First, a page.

The response from the BBC struck me as designed to shut down any complaint by stating it was experience of only those featured in the program, abdicating any responsibility on their part to present any other info.

  11. Una Hodgkins

    I wrote yesterday to the BBC’s editorial complaints unit, as follows:

    “I am not at all satisfied with the replies which I have received from your complaints unit on 14th April and 5th May 2016. I will state more clearly for my third complaint that the programme did NOT provide:

    (1) factually accurate reporting;

    (2) balanced reporting and

    (3) a challenge to discrimination on the basis of sex. On the contrary the programme promoted sex discrimination because it reinforced gender role stereotypes.

    (1) No one knows the cause (or causes) of transgender conditions. That is a fact and should have been stated in this simple way. Contrary to your assertion “However, I Am Leo never set out to explore the causes of transgender conditions” the programme did discuss a cause. It offered a very contentious explanation in the animation: some boys have “girl” brains and some girls have “boy” brains. There is no scientific basis for this claim. In fact neuroscience consistently shows there is no such thing as a male or female brain. No differences in brains can be found. So to give your explanation is a very misleading and harmful “inaccuracy” to present to children as fact, and it goes against all we are trying to teach children, especially girls, in its reinforcement of supposedly innate male and female capabilities and aptitudes.

    (2) “Leo” says that he feels better now that he is taking puberty-blockers and anticipates excitedly the next treatments. The programme should have referred to the harmful consequences of puberty-blocking and life-long hormone treatments (which are both drugs) including future sterility and long-term adult psychiatric problems (anxiety, depression, suicide) as almost certain and very likely consequences of the choices which “Leo” is making. It is not true to say that puberty-blockers are “fully reversible” for two reasons: (1) Any drug which stops puberty is stopping the natural growth of the child, which induces psychological as well as physical changes. The surge of sex hormones in puberty should not normally be arrested as it harms the psycho-social development of the child. A child should develop socially with his or her peers, and feel part of his biological sex peer group, not stuck alone on the sidelines in an artificially childish state, vulnerable to pressure to pursue further a development pathway which is artificially induced with cross-sex hormones; and (2) girls given blockers just before puberty, e.g. at the age of 8 or 9, will not develop eggs in their ovaries. These girls will thus be made permanently sterile.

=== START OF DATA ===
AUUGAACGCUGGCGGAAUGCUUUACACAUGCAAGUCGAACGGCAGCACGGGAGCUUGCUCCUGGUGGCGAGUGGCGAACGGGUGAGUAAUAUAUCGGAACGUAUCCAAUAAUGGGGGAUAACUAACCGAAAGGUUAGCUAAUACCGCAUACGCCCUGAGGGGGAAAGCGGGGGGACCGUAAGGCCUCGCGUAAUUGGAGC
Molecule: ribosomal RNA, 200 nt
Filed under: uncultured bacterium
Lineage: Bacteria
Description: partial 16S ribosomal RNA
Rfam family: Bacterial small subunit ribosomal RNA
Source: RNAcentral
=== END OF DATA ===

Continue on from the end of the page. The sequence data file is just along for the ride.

(3) Leo and his FtM trans friend reject wearing dresses and having long hair, because they think those behaviours equate to being a girl. This is an extremely restricted view of life as a girl. It just doesn’t correspond to the huge variety of people, including girls, who wear all kinds of clothes or hairstyles, or braces on their teeth, or earrings, or flat- or high-heels, etc….Has Leo never noticed and “identified with” girls of his age with short hair wearing tight jeans? I see a lot of them! Leo and friend’s quest for “gender identity” is a narrow obsession: they try to establish their “gender identity” exclusively in terms of gender stereotypes. As I said above, reinforcing supposedly “innate” male and female capabilities and aptitudes goes against everything we are trying to teach children, especially girls, to free them from stereotypes and to encourage them to try any activity which seems interesting and worthwhile. Thus the programme promoted sex discrimination.

    Further thoughts: the concept of “gender identity” is not logically coherent and does not exist

    This is a question which should be examined by a future programme. I and many others do not feel that we have a “gender identity”. I am a woman, a mother, a Chemistry graduate and post-graduate researcher, a science book editor, an active dinghy sailor and yachtswoman, a dressmaker of considerable skill, a gardener, a competent painter and decorator and skilled handi-person, a campaigner for the NHS, the wife for 14 years of a life-long GD sufferer (ex-wife after he told me the truth!), etc, etc….. This is a set of biological attributes, intellectual interests and experiences which constitutes a mix of male and female stereotypes. I am above all a person and I do not, emphatically not, spend any time at all trying to “conform” to a gender stereotype or “gender identity”. I just live a full life! I have never met a normal person who thinks that they have a “gender identity” and “identifies” with male or female “characteristics”. Postulating an identity which is somehow outside of your body seems to me to be a pathological psychology, discussed only by GD sufferers and the psychiatrists who treat them.